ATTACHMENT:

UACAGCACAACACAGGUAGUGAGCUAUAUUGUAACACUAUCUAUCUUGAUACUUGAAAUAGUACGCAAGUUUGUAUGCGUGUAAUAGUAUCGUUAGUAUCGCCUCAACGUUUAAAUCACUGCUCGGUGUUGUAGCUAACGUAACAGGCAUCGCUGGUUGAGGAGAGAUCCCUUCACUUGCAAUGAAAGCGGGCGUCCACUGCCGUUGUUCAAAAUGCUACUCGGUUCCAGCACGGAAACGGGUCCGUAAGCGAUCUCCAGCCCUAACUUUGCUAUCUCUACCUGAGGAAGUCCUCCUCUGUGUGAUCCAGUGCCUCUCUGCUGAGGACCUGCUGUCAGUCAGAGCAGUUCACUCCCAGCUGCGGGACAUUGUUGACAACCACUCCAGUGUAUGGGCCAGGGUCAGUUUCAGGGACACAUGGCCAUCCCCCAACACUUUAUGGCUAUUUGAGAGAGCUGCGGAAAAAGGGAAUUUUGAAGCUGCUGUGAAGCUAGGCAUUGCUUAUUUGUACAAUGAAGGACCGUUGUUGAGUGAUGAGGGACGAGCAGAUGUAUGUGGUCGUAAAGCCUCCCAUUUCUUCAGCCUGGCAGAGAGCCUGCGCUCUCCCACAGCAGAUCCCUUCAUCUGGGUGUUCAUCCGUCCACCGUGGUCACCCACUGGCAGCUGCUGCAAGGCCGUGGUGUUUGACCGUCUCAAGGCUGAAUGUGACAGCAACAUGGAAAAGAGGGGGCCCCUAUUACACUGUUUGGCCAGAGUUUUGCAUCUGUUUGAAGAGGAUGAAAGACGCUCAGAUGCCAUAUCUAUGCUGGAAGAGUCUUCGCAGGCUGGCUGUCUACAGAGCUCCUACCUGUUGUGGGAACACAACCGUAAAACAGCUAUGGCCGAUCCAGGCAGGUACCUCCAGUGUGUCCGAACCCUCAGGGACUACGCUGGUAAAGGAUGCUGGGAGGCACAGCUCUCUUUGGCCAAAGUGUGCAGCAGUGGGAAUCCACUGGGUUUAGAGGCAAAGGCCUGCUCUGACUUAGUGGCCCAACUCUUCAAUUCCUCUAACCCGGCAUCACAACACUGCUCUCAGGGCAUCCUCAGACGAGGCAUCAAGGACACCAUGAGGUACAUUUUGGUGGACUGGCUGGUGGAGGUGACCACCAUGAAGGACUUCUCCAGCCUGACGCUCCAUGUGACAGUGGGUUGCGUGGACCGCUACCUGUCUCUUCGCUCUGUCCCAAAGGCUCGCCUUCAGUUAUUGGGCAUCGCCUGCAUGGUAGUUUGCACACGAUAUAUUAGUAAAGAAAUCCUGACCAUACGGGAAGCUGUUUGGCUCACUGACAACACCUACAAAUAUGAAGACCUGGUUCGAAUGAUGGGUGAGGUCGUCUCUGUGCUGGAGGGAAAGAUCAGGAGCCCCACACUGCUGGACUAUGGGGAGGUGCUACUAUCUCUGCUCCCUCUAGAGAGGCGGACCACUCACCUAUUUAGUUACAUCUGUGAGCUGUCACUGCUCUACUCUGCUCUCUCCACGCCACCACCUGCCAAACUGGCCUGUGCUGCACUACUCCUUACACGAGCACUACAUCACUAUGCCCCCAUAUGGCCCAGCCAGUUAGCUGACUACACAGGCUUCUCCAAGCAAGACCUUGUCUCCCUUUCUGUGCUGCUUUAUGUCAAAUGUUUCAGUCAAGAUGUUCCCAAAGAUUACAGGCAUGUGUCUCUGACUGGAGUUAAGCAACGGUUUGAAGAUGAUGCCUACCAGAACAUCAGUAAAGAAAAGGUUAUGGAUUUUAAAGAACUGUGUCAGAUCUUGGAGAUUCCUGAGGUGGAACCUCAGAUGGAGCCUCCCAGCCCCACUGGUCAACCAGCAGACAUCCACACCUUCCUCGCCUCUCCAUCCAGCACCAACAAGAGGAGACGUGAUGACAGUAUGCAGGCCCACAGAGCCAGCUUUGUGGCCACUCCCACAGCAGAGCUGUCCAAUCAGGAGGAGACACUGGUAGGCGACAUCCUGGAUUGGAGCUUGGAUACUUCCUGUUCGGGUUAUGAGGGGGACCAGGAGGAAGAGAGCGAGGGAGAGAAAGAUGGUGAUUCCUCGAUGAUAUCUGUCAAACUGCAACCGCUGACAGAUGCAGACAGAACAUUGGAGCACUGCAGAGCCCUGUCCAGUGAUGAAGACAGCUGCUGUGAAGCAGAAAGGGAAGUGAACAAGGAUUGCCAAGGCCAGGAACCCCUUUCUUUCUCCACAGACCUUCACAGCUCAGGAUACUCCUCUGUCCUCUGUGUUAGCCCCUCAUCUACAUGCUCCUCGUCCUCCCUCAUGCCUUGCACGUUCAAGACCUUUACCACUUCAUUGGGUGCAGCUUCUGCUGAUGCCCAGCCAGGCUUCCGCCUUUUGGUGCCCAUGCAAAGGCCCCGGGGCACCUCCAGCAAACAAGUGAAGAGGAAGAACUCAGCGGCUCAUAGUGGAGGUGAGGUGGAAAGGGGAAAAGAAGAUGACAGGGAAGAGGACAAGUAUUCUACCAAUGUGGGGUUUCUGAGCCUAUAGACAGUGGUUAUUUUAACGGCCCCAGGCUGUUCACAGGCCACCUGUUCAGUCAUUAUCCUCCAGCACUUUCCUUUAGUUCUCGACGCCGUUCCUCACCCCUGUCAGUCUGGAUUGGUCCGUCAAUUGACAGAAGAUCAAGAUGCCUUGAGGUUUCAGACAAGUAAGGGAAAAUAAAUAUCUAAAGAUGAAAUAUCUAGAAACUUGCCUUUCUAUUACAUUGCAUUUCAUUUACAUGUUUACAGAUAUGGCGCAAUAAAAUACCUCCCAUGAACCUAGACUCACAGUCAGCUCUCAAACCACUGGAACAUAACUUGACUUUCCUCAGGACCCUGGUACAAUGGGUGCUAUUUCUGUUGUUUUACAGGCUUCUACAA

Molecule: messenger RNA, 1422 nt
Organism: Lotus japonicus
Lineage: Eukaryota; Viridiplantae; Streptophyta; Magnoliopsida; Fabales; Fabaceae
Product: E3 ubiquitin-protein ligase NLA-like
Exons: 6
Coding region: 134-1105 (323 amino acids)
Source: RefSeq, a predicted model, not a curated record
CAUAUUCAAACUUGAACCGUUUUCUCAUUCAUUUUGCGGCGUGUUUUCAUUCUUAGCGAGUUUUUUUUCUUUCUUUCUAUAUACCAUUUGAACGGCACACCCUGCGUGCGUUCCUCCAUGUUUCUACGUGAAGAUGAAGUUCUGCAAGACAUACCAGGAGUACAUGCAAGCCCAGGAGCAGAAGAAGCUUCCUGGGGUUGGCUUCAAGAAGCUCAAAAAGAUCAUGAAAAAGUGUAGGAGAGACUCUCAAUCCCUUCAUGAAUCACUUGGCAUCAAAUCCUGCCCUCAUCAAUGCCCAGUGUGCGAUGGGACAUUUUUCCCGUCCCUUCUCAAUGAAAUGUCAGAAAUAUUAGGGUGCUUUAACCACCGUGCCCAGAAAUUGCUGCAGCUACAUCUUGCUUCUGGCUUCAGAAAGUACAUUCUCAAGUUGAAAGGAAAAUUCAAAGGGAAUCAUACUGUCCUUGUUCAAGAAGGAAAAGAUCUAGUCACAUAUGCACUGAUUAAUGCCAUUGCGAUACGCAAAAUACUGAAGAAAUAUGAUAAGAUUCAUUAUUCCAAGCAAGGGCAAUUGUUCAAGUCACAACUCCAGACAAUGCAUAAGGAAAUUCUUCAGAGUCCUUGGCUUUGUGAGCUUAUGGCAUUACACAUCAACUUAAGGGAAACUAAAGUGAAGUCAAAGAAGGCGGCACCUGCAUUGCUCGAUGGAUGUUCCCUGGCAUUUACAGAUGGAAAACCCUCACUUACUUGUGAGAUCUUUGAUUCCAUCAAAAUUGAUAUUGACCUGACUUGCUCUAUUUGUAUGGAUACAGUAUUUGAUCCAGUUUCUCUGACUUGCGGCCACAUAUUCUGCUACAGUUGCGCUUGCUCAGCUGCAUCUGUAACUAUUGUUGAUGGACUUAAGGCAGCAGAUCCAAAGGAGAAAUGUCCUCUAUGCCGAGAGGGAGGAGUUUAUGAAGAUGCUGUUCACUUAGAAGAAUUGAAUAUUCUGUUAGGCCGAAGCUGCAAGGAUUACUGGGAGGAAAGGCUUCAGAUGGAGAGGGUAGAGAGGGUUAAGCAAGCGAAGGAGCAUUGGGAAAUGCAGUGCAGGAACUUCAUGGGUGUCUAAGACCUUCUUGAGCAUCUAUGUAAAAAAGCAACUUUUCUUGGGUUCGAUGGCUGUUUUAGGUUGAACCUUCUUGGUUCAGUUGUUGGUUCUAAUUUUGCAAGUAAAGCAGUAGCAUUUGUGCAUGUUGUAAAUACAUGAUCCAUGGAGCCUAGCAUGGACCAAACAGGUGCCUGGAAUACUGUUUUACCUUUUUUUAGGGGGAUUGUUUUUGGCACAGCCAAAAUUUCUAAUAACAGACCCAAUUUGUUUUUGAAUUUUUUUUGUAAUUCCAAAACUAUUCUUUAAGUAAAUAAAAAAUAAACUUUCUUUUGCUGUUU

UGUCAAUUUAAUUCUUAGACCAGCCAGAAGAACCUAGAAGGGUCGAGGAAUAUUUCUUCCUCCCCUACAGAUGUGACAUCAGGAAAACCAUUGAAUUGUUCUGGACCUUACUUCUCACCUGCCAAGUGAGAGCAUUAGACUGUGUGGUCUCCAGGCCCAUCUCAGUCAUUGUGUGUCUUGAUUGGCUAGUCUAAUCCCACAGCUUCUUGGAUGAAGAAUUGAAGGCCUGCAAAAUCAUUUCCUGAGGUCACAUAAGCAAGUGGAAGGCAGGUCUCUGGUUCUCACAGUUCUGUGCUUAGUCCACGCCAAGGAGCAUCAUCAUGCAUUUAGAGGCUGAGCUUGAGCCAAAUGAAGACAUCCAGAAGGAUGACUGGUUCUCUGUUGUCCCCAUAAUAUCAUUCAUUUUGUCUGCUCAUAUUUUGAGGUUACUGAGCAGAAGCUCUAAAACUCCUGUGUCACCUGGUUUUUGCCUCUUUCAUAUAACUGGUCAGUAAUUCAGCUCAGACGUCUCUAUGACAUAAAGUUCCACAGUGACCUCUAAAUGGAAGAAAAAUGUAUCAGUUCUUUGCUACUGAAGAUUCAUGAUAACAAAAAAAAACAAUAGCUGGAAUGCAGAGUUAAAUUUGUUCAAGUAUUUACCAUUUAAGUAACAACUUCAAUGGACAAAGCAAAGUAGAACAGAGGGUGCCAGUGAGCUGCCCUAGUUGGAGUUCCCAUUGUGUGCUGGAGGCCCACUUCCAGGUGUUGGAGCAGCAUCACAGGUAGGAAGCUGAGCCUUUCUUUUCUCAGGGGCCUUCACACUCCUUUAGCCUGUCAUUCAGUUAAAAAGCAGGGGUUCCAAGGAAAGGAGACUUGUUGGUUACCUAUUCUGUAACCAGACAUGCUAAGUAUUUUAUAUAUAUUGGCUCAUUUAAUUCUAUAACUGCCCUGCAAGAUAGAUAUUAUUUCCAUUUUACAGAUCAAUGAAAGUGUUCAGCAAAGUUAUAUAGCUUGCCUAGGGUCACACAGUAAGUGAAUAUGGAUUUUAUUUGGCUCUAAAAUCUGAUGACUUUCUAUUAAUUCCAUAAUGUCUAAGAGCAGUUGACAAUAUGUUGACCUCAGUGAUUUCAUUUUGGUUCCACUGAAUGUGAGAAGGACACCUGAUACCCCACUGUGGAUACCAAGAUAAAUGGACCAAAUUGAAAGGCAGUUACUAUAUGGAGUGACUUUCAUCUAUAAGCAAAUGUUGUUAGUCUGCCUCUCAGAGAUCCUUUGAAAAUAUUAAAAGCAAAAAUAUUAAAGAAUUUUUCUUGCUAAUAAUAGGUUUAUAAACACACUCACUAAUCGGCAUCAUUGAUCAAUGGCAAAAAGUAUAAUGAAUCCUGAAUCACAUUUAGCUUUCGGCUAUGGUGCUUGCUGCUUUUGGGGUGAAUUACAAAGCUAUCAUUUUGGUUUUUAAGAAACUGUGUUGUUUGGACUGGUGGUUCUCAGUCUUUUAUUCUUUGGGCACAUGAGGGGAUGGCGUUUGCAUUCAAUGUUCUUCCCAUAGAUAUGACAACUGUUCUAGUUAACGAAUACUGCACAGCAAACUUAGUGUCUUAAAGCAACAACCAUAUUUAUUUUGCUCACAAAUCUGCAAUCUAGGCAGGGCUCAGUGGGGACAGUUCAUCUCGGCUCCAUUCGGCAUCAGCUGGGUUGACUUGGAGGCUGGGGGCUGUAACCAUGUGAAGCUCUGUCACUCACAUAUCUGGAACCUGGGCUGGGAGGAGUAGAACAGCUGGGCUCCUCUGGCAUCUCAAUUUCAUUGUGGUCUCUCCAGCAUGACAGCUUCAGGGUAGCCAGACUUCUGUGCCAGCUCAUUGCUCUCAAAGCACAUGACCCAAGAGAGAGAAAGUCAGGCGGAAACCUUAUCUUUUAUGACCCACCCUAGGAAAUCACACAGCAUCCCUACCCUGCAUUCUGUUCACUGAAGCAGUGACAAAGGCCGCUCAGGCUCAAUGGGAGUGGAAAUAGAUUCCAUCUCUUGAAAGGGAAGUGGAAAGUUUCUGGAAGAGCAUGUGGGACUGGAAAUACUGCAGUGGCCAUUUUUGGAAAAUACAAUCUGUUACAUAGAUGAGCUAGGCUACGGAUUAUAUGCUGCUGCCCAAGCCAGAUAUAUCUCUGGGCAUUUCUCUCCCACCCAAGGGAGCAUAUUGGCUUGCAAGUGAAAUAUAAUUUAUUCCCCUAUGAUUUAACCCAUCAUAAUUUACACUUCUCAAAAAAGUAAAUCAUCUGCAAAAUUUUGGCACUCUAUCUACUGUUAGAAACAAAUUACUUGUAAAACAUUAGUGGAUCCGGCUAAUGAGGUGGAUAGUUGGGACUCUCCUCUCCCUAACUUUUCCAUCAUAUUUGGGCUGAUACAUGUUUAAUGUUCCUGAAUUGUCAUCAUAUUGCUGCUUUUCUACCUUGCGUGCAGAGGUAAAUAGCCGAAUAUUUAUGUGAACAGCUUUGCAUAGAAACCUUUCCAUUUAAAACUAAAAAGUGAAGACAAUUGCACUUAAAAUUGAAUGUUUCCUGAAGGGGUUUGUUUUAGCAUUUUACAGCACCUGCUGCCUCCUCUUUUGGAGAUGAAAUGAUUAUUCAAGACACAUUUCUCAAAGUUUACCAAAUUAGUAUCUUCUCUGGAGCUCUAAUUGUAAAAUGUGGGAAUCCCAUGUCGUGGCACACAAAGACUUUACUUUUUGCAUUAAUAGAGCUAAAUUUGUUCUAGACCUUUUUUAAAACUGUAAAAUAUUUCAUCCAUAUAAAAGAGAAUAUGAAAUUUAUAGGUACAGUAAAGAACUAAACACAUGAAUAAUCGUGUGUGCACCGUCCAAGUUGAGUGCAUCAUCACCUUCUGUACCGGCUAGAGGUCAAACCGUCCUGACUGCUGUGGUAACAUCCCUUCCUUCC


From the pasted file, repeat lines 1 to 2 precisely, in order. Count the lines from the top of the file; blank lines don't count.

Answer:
UACAGCACAACACAGGUAGUGAGCUAUAUUGUAACACUAUCUAUCUUGAUACUUGAAAUAGUACGCAAGUUUGUAUGCGUGUAAUAGUAUCGUUAGUAUCGCCUCAACGUUUAAAUCACUGCUCGGUGUUGUAGCUAACGUAACAGGCAUCGCUGGUUGAGGAGAGAUCCCUUCACUUGCAAUGAAAGCGGGCGUCCACUGCCGUUGUUCAAAAUGCUACUCGGUUCCAGCACGGAAACGGGUCCGUAAGCGAUCUCCAGCCCUAACUUUGCUAUCUCUACCUGAGGAAGUCCUCCUCUGUGUGAUCCAGUGCCUCUCUGCUGAGGACCUGCUGUCAGUCAGAGCAGUUCACUCCCAGCUGCGGGACAUUGUUGACAACCACUCCAGUGUAUGGGCCAGGGUCAGUUUCAGGGACACAUGGCCAUCCCCCAACACUUUAUGGCUAUUUGAGAGAGCUGCGGAAAAAGGGAAUUUUGAAGCUGCUGUGAAGCUAGGCAUUGCUUAUUUGUACAAUGAAGGACCGUUGUUGAGUGAUGAGGGACGAGCAGAUGUAUGUGGUCGUAAAGCCUCCCAUUUCUUCAGCCUGGCAGAGAGCCUGCGCUCUCCCACAGCAGAUCCCUUCAUCUGGGUGUUCAUCCGUCCACCGUGGUCACCCACUGGCAGCUGCUGCAAGGCCGUGGUGUUUGACCGUCUCAAGGCUGAAUGUGACAGCAACAUGGAAAAGAGGGGGCCCCUAUUACACUGUUUGGCCAGAGUUUUGCAUCUGUUUGAAGAGGAUGAAAGACGCUCAGAUGCCAUAUCUAUGCUGGAAGAGUCUUCGCAGGCUGGCUGUCUACAGAGCUCCUACCUGUUGUGGGAACACAACCGUAAAACAGCUAUGGCCGAUCCAGGCAGGUACCUCCAGUGUGUCCGAACCCUCAGGGACUACGCUGGUAAAGGAUGCUGGGAGGCACAGCUCUCUUUGGCCAAAGUGUGCAGCAGUGGGAAUCCACUGGGUUUAGAGGCAAAGGCCUGCUCUGACUUAGUGGCCCAACUCUUCAAUUCCUCUAACCCGGCAUCACAACACUGCUCUCAGGGCAUCCUCAGACGAGGCAUCAAGGACACCAUGAGGUACAUUUUGGUGGACUGGCUGGUGGAGGUGACCACCAUGAAGGACUUCUCCAGCCUGACGCUCCAUGUGACAGUGGGUUGCGUGGACCGCUACCUGUCUCUUCGCUCUGUCCCAAAGGCUCGCCUUCAGUUAUUGGGCAUCGCCUGCAUGGUAGUUUGCACACGAUAUAUUAGUAAAGAAAUCCUGACCAUACGGGAAGCUGUUUGGCUCACUGACAACACCUACAAAUAUGAAGACCUGGUUCGAAUGAUGGGUGAGGUCGUCUCUGUGCUGGAGGGAAAGAUCAGGAGCCCCACACUGCUGGACUAUGGGGAGGUGCUACUAUCUCUGCUCCCUCUAGAGAGGCGGACCACUCACCUAUUUAGUUACAUCUGUGAGCUGUCACUGCUCUACUCUGCUCUCUCCACGCCACCACCUGCCAAACUGGCCUGUGCUGCACUACUCCUUACACGAGCACUACAUCACUAUGCCCCCAUAUGGCCCAGCCAGUUAGCUGACUACACAGGCUUCUCCAAGCAAGACCUUGUCUCCCUUUCUGUGCUGCUUUAUGUCAAAUGUUUCAGUCAAGAUGUUCCCAAAGAUUACAGGCAUGUGUCUCUGACUGGAGUUAAGCAACGGUUUGAAGAUGAUGCCUACCAGAACAUCAGUAAAGAAAAGGUUAUGGAUUUUAAAGAACUGUGUCAGAUCUUGGAGAUUCCUGAGGUGGAACCUCAGAUGGAGCCUCCCAGCCCCACUGGUCAACCAGCAGACAUCCACACCUUCCUCGCCUCUCCAUCCAGCACCAACAAGAGGAGACGUGAUGACAGUAUGCAGGCCCACAGAGCCAGCUUUGUGGCCACUCCCACAGCAGAGCUGUCCAAUCAGGAGGAGACACUGGUAGGCGACAUCCUGGAUUGGAGCUUGGAUACUUCCUGUUCGGGUUAUGAGGGGGACCAGGAGGAAGAGAGCGAGGGAGAGAAAGAUGGUGAUUCCUCGAUGAUAUCUGUCAAACUGCAACCGCUGACAGAUGCAGACAGAACAUUGGAGCACUGCAGAGCCCUGUCCAGUGAUGAAGACAGCUGCUGUGAAGCAGAAAGGGAAGUGAACAAGGAUUGCCAAGGCCAGGAACCCCUUUCUUUCUCCACAGACCUUCACAGCUCAGGAUACUCCUCUGUCCUCUGUGUUAGCCCCUCAUCUACAUGCUCCUCGUCCUCCCUCAUGCCUUGCACGUUCAAGACCUUUACCACUUCAUUGGGUGCAGCUUCUGCUGAUGCCCAGCCAGGCUUCCGCCUUUUGGUGCCCAUGCAAAGGCCCCGGGGCACCUCCAGCAAACAAGUGAAGAGGAAGAACUCAGCGGCUCAUAGUGGAGGUGAGGUGGAAAGGGGAAAAGAAGAUGACAGGGAAGAGGACAAGUAUUCUACCAAUGUGGGGUUUCUGAGCCUAUAGACAGUGGUUAUUUUAACGGCCCCAGGCUGUUCACAGGCCACCUGUUCAGUCAUUAUCCUCCAGCACUUUCCUUUAGUUCUCGACGCCGUUCCUCACCCCUGUCAGUCUGGAUUGGUCCGUCAAUUGACAGAAGAUCAAGAUGCCUUGAGGUUUCAGACAAGUAAGGGAAAAUAAAUAUCUAAAGAUGAAAUAUCUAGAAACUUGCCUUUCUAUUACAUUGCAUUUCAUUUACAUGUUUACAGAUAUGGCGCAAUAAAAUACCUCCCAUGAACCUAGACUCACAGUCAGCUCUCAAACCACUGGAACAUAACUUGACUUUCCUCAGGACCCUGGUACAAUGGGUGCUAUUUCUGUUGUUUUACAGGCUUCUACAA

Molecule: messenger RNA, 1422 nt